Brain imaging: Looking under the hood

Posted on: 11/19/2013; Updated on: 2/7/2014
By Steven Powell, 803-777-1923

When Chris Rorden started his career as an experimental psychologist, one of the current workhorse instruments for studying the human brain was just beginning to be adopted in the field. Magnetic resonance image (MRI) scanners were still rare, and the process of generating useful data with them was intellectually, and even physically, taxing.

“My first faculty position was at the University of Nottingham and Sir Peter Mansfield got a Nobel Prize (2003) for his work in MRI while I was there,” says Rorden. “If you wanted to adjust the scanner to do different types of scans, you literally would take a wrench out and have to move cables. Now we just click a button and it does it for us.”

Cumbersome as it was at the time, the experience of learning to fine-tune the instrument in its early days was a valuable education. “I spent a lot of time talking to MRI physicists to get useful data on those early devices, so I tend to have good insight into what goes on underneath the hood,” Rorden says.

That’s one thing that MRI imaging can do: let doctors know what’s going on under a patient’s hood in real time. USC and Palmetto Richland Hospital have teamed up to put one of the most powerful MRI machines available in the McCausland Center for Brain Imaging. Rorden is co-director of the university facility at the hospital.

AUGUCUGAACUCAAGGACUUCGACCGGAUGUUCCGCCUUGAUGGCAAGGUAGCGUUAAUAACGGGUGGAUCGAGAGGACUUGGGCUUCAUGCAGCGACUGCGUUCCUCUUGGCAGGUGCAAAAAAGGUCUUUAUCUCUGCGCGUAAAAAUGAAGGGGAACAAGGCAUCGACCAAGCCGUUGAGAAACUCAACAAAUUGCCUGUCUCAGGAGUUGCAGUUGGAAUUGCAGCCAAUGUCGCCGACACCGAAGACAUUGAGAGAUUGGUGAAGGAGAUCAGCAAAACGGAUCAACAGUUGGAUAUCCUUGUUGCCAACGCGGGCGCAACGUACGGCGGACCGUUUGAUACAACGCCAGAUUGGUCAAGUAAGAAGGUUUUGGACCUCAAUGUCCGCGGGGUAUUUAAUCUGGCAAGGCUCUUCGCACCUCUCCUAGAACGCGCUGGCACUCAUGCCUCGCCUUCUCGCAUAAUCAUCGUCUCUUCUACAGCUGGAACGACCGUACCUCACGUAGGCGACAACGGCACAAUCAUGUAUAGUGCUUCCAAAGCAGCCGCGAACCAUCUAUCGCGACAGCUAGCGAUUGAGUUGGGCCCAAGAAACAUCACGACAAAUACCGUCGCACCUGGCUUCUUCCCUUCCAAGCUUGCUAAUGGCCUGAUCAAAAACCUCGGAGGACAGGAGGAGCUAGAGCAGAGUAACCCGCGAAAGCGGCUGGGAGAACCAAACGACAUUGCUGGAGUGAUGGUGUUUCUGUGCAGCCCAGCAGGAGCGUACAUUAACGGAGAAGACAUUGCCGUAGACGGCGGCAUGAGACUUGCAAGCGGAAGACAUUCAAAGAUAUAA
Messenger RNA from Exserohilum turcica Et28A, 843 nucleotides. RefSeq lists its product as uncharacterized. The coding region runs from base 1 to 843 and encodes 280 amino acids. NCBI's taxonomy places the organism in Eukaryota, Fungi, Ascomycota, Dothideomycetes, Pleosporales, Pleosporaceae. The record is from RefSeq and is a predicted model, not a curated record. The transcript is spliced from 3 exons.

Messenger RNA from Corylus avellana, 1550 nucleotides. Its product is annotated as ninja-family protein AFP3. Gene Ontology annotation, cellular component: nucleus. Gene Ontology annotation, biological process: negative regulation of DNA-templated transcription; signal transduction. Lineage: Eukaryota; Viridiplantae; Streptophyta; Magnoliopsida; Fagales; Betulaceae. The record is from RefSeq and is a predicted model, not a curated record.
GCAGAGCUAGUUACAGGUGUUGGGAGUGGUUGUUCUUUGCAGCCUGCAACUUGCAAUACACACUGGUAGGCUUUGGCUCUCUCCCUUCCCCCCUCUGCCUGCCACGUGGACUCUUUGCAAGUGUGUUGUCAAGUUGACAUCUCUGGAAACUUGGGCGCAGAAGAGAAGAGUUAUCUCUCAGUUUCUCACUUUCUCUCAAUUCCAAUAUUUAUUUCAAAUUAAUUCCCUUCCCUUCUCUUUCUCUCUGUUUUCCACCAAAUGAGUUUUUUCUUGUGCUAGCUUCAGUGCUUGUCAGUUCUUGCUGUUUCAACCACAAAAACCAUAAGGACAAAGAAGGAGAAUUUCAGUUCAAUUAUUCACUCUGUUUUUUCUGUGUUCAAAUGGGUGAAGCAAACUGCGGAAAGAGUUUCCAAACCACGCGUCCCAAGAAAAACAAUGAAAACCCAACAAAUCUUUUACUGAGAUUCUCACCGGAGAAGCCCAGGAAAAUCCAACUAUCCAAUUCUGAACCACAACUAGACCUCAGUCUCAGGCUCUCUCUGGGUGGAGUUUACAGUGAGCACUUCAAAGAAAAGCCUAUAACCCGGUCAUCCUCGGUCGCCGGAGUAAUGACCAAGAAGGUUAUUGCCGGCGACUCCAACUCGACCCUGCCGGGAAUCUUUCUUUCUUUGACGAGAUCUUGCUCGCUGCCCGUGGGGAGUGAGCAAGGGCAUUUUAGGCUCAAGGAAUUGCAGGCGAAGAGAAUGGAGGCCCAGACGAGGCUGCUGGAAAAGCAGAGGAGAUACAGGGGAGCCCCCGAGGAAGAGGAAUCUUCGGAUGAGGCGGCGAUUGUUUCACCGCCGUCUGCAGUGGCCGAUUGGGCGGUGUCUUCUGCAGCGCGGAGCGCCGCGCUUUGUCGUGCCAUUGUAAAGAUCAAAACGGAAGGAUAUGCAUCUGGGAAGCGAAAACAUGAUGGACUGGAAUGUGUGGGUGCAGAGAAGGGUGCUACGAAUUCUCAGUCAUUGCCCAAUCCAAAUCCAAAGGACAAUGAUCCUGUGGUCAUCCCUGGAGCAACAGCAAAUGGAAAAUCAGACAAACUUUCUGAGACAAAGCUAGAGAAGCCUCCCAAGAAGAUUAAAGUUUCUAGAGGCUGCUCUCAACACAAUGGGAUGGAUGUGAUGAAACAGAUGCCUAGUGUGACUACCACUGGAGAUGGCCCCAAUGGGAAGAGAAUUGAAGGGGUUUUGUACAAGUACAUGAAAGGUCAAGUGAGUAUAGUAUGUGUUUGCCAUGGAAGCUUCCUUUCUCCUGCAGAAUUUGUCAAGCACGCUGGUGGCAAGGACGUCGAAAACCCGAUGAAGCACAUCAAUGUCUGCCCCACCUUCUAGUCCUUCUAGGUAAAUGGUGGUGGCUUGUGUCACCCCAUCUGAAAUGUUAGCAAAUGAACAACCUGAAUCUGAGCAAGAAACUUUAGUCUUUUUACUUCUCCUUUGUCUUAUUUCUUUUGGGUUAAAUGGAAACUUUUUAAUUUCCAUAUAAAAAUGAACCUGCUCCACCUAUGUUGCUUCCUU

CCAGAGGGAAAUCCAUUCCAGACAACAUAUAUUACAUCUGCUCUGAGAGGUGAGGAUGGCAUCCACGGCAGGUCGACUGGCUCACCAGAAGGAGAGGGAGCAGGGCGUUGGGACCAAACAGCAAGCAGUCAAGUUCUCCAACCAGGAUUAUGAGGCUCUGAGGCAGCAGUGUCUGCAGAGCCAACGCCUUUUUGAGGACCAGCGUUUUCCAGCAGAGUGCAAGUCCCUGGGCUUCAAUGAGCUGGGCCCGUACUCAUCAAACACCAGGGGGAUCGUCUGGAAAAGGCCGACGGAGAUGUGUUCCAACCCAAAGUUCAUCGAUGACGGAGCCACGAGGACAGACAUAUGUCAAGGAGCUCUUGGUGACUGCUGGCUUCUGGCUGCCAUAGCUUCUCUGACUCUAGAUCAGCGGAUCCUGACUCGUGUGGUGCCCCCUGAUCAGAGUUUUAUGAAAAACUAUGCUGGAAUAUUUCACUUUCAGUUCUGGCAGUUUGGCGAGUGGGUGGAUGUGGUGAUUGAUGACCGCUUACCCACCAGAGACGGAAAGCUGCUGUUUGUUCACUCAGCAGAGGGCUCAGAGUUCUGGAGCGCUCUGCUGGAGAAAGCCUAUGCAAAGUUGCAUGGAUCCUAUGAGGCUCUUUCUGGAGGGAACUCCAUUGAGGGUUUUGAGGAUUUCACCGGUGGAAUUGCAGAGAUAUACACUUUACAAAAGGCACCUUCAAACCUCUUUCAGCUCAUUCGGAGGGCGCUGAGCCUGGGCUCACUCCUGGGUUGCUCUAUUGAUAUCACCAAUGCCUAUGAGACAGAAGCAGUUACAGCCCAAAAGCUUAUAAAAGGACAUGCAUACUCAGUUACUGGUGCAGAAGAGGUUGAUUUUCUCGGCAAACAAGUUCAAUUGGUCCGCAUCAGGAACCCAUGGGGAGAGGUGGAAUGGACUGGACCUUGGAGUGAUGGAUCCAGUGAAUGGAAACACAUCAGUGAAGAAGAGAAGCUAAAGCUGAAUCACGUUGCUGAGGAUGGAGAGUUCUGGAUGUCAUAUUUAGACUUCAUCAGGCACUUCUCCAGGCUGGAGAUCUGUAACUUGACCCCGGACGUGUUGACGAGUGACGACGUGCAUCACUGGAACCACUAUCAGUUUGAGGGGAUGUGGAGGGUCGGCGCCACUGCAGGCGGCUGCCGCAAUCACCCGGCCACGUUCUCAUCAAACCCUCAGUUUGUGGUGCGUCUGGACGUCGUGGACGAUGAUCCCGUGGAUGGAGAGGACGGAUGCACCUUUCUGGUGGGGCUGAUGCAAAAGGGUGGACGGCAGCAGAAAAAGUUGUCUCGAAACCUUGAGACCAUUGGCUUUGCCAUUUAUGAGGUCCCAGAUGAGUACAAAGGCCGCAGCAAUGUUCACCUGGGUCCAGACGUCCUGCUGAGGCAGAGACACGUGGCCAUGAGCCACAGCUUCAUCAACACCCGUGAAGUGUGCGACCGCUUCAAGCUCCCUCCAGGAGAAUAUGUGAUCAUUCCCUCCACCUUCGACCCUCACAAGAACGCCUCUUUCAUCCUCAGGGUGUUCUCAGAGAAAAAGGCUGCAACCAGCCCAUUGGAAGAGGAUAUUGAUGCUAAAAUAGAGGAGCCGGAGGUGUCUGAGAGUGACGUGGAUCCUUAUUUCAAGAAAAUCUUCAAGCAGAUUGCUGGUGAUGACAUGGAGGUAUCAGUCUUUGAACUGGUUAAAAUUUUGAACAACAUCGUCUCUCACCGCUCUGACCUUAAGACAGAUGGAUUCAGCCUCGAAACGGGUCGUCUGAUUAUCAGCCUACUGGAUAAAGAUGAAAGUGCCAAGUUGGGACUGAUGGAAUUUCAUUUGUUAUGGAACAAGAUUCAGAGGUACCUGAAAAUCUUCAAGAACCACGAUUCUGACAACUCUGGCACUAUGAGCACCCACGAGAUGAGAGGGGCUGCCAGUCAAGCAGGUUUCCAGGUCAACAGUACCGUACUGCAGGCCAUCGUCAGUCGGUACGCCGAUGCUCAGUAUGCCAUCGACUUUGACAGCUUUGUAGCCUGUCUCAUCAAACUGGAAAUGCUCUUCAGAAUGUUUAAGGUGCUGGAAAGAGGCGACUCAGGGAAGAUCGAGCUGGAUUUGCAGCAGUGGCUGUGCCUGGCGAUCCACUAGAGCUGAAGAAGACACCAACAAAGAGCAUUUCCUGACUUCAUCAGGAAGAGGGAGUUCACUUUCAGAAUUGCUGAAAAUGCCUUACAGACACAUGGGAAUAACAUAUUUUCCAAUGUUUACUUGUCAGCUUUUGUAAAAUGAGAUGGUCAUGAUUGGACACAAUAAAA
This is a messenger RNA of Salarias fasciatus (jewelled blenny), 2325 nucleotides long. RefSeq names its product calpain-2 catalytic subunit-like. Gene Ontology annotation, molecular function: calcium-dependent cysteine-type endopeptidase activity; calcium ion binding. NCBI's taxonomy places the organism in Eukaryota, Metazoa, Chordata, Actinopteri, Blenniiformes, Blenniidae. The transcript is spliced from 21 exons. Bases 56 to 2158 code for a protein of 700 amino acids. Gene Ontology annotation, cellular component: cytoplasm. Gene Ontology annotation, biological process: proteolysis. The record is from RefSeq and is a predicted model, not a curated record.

The human brain is a very delicate thing. What we’re finding is that the brain is very sensitive to shock-wave patterns, and traumatic brain injury has become one of the signatures of our recent wars. 

Chris Rorden, Smart State Chair and Professor in Neuroimaging Research, Department of Psychology

Rorden works closely with clinicians to study stroke victims. Using functional MRI (fMRI), he pinpoints areas of the brain that are associated with behavioral problems resulting from stroke. Patients are awake as blood flow to and from different regions of the brain is mapped. The patients can listen to commands, respond verbally and watch a video monitor.

By following changes in the patients’ brain functions in the months after a stroke, the team can develop new therapies.

“There’s a group of research scientists and clinicians here at the University of South Carolina looking at the chronic effects of a stroke, six months to a year later,” says Rorden. “In this area, we’re definitely world leaders.

Rorden also is considered an expert in developing MRI data in many other research fields as well.

“He has publications in his specific area of research, but he also makes contributions all over the fMRI field,” says Scott Vedemia, the coordinating manager for the McCausland Center for Brain Imaging. “He brings to the table something that maybe five other people in the world can, which is why he’s so valuable to everybody who works with him.”

Rorden has coordinated visiting lecturers on traumatic brain injury – including sports-related concussions and military head wounds – in addition to teaching a class on the subject.


Attend a lecture

With the support of the College of Arts and Sciences, the McCausland Center for Brain Imaging at the University of South Carolina is hosting an open seminar series and inviting some of the leading clinicians and research scientists who work with traumatic brain injury. See our calendar of lectures.


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